New Zealand shares snapped a three-day rally in volatile trading, as investors continue to assess the fallout from the level 4 shutdown and as higher bond yields reduce the attraction of companies that typically pay a reliable dividend in ordinary times.
The S&P/NZX50 fell 75.74 points, or 0.8 per cent, to 9,556.73. Within the index, 20 stocks fell, 20 rose and four were unchanged. Turnover was $252.4 million.
While the local market opened stronger following a lively lead from Wall Street overnight, the trend turned downward throughout the day as further effects of the national shutdown became apparent.
"This is a remarkable event for many companies, so the market is trying to feel out how much of this is temporary and how much is permanent," said Matthew Goodson, managing director at Salt Funds Management.
Goodson said the volatility in markets was unprecedented, with Wall Street's S&P 500 falling 20 per cent in just 19 days. The S&P 500 extended its recent gain last night, when it closed up 6.2 per cent on the United States senate's approval of a US$2 trillion ($3.3t) fiscal stimulus package.
"This was the quickest fall into a bear market ever, but it only spent 11 days there before a 20 per cent gain in three days got us back out of it," Goodson said.
The NZX50 has itself climbed 12.4 per cent since Monday, when its recently slide stalled.
Utilities were weaker as higher bond yields reduced the attraction of companies that pay reliable dividends. The yield on the 10-year government bond has climbed to 1.12 per cent from 0.983 per cent at the close of trading on Monday.
"Bond yields are quite important given these are high yielding companies," Goodson said.
Telco-infrastructure provider Chorus led the market lower, falling 5.4 per cent to $6.55. It today affirmed its annual earnings guidance, and said it will put off $50m of capital spending due to the lockdown.
Lines company Vector fell 5.2 per cent to $3.31, and Auckland International Airport declined 4.6 per cent to $5.535.
Meridian Energy fell 3.4 per cent to $3.99, Contact Energy declined 1.8 per cent to $5.47, and Mercury New Zealand decreased 1.9 per cent to $4.25.
Fuel-retailer Z Energy fell 4.8 per cent to $2.75.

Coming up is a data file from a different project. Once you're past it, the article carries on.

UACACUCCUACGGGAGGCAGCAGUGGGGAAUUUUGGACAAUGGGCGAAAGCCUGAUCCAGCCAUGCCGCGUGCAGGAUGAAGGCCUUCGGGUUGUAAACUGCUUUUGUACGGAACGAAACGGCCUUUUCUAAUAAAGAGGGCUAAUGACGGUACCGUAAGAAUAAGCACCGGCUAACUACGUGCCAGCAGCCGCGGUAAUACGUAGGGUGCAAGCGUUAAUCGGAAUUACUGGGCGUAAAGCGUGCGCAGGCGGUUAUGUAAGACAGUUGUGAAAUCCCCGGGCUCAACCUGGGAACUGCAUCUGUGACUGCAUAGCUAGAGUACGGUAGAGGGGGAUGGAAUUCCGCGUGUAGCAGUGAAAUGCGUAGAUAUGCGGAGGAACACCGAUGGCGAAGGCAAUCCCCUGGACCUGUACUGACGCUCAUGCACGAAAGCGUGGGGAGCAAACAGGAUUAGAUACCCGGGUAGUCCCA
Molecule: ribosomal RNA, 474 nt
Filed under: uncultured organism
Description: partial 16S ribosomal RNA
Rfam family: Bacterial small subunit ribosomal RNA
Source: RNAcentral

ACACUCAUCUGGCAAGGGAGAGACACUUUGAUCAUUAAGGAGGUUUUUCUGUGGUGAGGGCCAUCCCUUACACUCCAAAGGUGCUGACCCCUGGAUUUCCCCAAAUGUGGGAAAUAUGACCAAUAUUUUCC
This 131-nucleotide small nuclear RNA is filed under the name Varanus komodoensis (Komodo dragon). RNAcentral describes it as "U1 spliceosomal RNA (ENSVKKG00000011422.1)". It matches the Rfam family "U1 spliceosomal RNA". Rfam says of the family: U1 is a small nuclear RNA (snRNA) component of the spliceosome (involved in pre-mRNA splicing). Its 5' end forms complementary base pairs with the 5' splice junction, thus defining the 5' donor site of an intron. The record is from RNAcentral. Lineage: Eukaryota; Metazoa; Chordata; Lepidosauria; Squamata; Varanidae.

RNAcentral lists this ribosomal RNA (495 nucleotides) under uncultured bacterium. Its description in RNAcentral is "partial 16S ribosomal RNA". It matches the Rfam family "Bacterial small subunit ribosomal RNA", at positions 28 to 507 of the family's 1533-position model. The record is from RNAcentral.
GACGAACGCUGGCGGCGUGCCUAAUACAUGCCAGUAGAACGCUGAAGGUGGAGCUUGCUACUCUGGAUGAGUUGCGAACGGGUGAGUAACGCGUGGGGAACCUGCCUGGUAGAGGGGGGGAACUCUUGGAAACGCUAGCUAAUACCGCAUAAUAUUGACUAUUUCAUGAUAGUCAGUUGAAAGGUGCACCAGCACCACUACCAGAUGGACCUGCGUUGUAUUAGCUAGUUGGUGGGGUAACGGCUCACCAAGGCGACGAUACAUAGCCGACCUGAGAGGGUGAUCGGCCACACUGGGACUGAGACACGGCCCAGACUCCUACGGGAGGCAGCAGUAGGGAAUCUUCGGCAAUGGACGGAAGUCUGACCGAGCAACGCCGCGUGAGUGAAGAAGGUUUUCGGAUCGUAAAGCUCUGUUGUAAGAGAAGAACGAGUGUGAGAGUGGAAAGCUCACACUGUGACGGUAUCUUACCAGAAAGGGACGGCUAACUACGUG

Property stocks were also under pressure after reports that large firms were putting landlords under pressure by refusing to pay rent through the lockdown.
Goodson said this was a concern to investors who had backed off some property stocks today, despite driving strong price growth during the week's rally.
Goodman Property Trust fell 2.3 per cent to $2.14 and Argosy Property declined 1.2 per cent to 85 cents.
Not all property stocks were weaker. Kiwi Property Group rose 3.5 per cent to 90 cents and Investore Property — which said it will only lose 0.5 per cent of revenue from lost rent — climbed 9.3 per cent to $1.64. Its manager Stride Property advanced 3 per cent to $1.39.
Kathmandu Holdings held at 86 cents after the company announced a significant number of its stores around the world would be temporarily closed due to shutdowns and it was undertaking "aggressive cost saving initiatives" including negotiating rent payments.
"Such a sudden stop to the revenue lines of many businesses has left customers whose balance sheets formerly looked okay, all of a sudden not looking so okay," Goodson said.
"That will be a key thing to keep an eye on in the market for the next couple of weeks."
Many stocks continued to rally from record lows despite the index being down on the day.
Tourism Holdings posted the day's biggest gain, up 10.1 per cent at $1.20. Sky Network Television climbed 9.1 per cent to 30 cents, Air New Zealand increased 1.1 per cent to 90 cents, and Vista Group International advanced 4.8 per cent to $1.30.
"The market, in some cases, was quite oversold. So the speed of the decline and the nature of the decline surprised a lot of market participants," Goodson said.
Synlait Milk rose 4.6 per cent to $5.52 and Fonterra Shareholders' Fund units increased 2.1 per cent to $3.88. A2 Milk fell 1.6 per cent to $16.46.